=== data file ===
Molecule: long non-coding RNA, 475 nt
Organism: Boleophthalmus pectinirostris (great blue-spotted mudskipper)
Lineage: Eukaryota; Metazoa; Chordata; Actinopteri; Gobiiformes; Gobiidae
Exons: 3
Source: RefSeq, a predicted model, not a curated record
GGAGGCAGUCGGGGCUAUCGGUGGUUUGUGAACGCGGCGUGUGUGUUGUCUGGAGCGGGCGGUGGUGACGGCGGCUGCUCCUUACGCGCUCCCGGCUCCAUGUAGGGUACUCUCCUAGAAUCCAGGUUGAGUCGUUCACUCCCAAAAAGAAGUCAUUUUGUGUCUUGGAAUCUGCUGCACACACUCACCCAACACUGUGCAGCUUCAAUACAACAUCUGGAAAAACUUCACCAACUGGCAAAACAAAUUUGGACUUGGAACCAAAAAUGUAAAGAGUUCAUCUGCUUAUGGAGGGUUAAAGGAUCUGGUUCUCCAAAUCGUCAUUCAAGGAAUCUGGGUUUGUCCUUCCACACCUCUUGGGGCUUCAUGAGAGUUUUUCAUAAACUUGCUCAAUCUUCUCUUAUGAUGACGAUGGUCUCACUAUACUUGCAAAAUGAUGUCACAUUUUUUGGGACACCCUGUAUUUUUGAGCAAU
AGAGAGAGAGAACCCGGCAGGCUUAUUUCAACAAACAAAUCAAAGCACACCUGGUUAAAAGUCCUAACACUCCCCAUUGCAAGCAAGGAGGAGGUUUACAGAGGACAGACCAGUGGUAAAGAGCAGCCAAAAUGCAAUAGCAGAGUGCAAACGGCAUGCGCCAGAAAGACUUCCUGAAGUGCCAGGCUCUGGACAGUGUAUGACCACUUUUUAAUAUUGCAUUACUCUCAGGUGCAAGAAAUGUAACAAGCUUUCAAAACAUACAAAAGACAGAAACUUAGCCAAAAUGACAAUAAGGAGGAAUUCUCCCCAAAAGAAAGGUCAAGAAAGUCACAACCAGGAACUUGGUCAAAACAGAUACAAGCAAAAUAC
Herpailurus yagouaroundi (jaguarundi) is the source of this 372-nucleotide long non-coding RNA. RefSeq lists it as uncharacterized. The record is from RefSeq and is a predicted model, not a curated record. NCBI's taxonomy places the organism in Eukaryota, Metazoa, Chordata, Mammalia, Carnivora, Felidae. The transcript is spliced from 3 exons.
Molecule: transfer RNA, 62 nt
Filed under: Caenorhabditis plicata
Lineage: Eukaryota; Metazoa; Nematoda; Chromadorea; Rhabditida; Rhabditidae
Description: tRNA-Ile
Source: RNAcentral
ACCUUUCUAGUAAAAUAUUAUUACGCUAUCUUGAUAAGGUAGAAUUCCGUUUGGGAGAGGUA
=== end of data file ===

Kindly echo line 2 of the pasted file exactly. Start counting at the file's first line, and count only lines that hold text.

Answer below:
Organism: Boleophthalmus pectinirostris (great blue-spotted mudskipper)